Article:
According to the report, the back is the most frequent body hurt during such incidents, which results in an average of 14 days of missed work. Reported cases of overexertion decreased 7.3% from 275,590, dropping the category from first to second place in the list.

3. Falls, slips, and trips

Number of incidents: 211,640
Overall share: 18%
Industry most at-risk: Transportation and warehousing; agriculture

Incidents of slips, trips, and falls declined about 13% from 244,000 in 2019, causing the category to slide to the third spot. Sprains, strains, and tears are the most common injury type, affecting primarily the 55 and above age group.

The NSC classified the following incidents under falls, slips, and trips:

  • Slips and trips without falling: These are injuries sustained even if the workers have prevented themselves from falling.
  • Falling on the same level: This includes tripping, slipping, falling while sitting, and falling onto or against an object on the same level.
  • Falling to a lower level: This includes falling from a collapsing structure, falling through surfaces, and falling from ladders, roofs, scaffolding, or other structures.
  • Jumping to a lower level: This varies from other types of falls because such action is controlled and voluntary.

4. Contact with objects and equipment

Number of incidents: 196,140
Overall share: 16.7%

This category includes:

  • A moving object striking a worker
  • A worker striking against an object or equipment, including bumping into, stepping on, kicking, or being pushed or thrown onto an object
  • A part of a worker’s body being squeezed, pinched, compressed, or crushed in equipment, between shifting objects, between stationary objects, or in a wire or rope
  • A worker being struck, caught, or crushed in collapsing structure, equipment, or material
  • A worker being injured because of friction or pressure between the person and the source of injury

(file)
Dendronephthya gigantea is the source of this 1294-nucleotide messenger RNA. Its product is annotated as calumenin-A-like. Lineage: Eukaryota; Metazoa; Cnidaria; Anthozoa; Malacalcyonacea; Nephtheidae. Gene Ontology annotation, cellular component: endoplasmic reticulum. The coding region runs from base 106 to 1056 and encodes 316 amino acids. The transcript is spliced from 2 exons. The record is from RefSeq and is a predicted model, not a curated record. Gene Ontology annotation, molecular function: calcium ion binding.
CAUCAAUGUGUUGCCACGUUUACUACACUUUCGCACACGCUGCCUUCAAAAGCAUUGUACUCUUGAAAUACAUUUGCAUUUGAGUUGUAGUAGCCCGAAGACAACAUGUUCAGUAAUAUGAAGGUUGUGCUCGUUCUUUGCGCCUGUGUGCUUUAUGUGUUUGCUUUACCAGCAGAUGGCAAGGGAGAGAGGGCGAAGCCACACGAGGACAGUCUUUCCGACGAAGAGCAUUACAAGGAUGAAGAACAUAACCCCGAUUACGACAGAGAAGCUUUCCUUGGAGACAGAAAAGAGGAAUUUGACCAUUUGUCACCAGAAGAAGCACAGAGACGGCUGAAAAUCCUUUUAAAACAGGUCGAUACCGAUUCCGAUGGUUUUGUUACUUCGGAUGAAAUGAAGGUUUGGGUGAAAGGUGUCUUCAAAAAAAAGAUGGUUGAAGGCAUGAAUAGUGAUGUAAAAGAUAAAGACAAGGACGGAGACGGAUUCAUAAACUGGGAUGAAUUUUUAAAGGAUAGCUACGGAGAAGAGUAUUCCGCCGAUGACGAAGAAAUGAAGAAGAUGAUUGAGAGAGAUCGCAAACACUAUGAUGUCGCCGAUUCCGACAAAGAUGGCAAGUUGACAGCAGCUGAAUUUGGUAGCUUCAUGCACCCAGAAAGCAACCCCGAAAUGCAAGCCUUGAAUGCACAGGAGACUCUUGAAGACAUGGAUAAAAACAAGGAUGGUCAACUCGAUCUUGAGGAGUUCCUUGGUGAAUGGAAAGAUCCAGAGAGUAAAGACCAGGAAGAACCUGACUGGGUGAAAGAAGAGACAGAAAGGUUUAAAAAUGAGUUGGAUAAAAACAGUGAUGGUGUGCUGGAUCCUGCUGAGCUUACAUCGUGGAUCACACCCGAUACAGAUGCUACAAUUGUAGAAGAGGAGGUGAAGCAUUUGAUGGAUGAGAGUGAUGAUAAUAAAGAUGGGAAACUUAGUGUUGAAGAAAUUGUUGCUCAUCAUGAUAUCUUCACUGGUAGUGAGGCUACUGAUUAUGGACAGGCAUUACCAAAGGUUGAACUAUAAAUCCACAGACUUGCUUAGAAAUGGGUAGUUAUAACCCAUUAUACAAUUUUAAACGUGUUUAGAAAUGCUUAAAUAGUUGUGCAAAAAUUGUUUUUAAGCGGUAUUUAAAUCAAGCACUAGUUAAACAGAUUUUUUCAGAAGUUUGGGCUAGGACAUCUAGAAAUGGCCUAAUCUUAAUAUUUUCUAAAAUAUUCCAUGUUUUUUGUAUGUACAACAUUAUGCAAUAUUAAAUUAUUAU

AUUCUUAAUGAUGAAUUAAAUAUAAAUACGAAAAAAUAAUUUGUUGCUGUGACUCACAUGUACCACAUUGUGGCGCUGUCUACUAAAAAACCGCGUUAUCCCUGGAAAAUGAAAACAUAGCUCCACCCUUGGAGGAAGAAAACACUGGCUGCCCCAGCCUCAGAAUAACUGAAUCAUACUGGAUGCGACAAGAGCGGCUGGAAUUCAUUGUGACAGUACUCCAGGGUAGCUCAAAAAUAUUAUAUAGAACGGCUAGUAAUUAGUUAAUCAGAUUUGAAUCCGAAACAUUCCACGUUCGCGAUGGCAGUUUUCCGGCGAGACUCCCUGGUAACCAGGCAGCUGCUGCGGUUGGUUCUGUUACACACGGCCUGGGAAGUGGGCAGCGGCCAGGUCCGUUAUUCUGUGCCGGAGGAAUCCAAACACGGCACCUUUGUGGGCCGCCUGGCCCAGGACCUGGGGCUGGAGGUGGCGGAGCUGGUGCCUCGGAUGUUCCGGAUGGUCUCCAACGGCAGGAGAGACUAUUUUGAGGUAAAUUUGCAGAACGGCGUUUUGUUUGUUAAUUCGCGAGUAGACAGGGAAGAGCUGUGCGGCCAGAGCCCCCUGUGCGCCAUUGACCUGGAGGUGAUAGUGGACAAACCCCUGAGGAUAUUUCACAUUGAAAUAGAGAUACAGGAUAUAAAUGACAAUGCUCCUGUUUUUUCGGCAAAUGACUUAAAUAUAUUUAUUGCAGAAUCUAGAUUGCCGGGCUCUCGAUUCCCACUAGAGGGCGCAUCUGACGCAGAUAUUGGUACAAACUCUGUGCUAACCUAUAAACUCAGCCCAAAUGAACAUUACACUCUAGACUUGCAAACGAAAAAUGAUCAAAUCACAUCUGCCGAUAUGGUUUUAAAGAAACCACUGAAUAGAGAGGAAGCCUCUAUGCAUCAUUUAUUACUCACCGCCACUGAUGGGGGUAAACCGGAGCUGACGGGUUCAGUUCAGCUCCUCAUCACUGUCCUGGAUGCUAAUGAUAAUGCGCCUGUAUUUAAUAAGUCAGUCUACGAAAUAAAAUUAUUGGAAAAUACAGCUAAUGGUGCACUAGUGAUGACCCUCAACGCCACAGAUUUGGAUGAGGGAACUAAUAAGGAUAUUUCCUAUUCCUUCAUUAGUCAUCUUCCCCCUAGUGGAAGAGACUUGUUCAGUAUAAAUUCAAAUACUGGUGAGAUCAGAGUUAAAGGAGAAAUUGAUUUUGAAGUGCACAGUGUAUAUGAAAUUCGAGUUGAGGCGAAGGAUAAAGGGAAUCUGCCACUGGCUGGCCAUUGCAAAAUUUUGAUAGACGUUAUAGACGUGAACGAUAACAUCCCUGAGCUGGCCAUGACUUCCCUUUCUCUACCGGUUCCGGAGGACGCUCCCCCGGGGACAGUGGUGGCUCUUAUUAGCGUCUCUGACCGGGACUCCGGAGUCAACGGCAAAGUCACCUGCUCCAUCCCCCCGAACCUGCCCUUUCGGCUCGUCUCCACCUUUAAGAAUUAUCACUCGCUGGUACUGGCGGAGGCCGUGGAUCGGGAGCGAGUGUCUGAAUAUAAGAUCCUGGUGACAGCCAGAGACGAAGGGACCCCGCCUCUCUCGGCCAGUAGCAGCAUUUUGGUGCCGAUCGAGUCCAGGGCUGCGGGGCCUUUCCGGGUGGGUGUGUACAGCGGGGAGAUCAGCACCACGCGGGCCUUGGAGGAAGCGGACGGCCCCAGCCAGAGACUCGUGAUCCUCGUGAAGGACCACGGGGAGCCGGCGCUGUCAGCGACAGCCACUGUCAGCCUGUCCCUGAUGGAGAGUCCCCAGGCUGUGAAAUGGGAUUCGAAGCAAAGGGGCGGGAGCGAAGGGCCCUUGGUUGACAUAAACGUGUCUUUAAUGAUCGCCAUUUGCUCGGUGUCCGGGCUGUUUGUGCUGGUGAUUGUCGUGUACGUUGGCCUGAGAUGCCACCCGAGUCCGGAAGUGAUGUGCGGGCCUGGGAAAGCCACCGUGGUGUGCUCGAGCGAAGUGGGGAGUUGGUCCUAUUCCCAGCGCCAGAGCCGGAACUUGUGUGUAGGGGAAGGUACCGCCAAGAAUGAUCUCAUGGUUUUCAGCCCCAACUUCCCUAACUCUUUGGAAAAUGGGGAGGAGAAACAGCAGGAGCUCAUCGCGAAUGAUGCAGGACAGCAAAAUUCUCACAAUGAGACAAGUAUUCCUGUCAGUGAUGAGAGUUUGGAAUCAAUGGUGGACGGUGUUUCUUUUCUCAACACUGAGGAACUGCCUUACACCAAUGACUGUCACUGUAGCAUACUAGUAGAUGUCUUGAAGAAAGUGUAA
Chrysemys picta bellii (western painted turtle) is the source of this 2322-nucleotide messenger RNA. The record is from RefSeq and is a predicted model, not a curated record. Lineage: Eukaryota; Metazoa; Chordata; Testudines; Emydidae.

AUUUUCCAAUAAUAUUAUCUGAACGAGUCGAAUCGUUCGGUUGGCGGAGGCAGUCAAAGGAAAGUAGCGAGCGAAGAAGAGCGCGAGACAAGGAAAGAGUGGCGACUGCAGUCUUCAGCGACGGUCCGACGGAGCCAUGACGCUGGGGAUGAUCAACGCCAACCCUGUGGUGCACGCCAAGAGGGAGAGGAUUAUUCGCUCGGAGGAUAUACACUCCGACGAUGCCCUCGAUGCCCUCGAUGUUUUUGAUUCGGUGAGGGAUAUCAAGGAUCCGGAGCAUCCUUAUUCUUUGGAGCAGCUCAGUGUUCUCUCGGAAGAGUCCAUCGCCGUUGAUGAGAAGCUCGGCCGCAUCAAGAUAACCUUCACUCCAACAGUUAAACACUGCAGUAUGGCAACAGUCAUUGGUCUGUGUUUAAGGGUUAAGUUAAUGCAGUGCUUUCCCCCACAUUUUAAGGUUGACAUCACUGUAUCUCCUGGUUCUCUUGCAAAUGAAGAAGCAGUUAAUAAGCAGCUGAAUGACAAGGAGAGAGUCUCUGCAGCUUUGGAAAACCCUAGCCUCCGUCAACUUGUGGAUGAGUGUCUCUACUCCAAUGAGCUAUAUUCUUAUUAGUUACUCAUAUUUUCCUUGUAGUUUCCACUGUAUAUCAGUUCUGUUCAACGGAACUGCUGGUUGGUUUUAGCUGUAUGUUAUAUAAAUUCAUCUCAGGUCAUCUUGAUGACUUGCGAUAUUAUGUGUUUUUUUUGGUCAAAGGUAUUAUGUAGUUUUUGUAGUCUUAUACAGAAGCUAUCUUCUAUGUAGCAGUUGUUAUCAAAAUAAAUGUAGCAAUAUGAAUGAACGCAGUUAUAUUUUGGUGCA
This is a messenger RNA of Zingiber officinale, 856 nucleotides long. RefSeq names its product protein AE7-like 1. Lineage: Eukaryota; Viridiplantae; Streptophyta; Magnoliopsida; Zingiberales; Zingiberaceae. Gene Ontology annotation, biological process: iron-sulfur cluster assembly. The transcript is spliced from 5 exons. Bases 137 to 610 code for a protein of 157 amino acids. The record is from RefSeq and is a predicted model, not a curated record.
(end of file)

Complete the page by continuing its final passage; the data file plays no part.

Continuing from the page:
• A worker being injured due to vibration

The number of workplace injuries resulting from contact with objects and equipment dropped 34% from 299,410 in 2019. More than half, or 56%, of all incidents under the category involved being struck by an object or equipment.

5. Transportation incidents

Number of incidents: 41,010
Overall share: 3.5%

The NSC classified the following under this category:

  • Aircraft incidents             
  • Rail vehicle incidents      
  • Animal and other non-motorized vehicle transportation incidents                            
  • Pedestrian vehicular incidents    
  • Water vehicle incidents 
  • Roadway incidents involving motorized land vehicle        
  • Non-roadway incidents involving motorized land vehicles

The volume of transportation-related workplace injuries dipped 17% in 2020 from 49,430 in the previous year. Roadway accidents accounted for almost two-thirds (63%) of incidents under the category. 

Which workplace injuries offer the most compensation?

The combined average cost for workplace illness and injury claims in 2019 and 2020 was $41,353, according to data from the National Council on Compensation Insurance (NCCI), the country’s workers’ compensation insurance rating and data collection bureau.

To get a complete picture of how much compensation different work-related illnesses and injuries received, the council calculated medical and indemnity costs based on three major categories – cause of injury, nature of the injury, and part of the body.

The tables below reveal which occupational injuries and illnesses from these categories offer the most compensation based on NCCI’s data.

Workers’ compensation cost by cause

Cause of injury




Motor vehicle
















Struck by








Cumulative injuries




Striking against




Miscellaneous cause








Source: NCCI Workers’ Compensation Statistical Plan

Workers’ compensation cost by nature

Nature of injury












Other trauma
















Carpal tunnel












Occ. disease/cumulative injury




Source: NCCI Workers’ Compensation Statistical Plan


Workers’ compensation cost by part

Part of the body








Multiple body parts




















Lower back




Upper back












Source: NCCI Workers’ Compensation Statistical Plan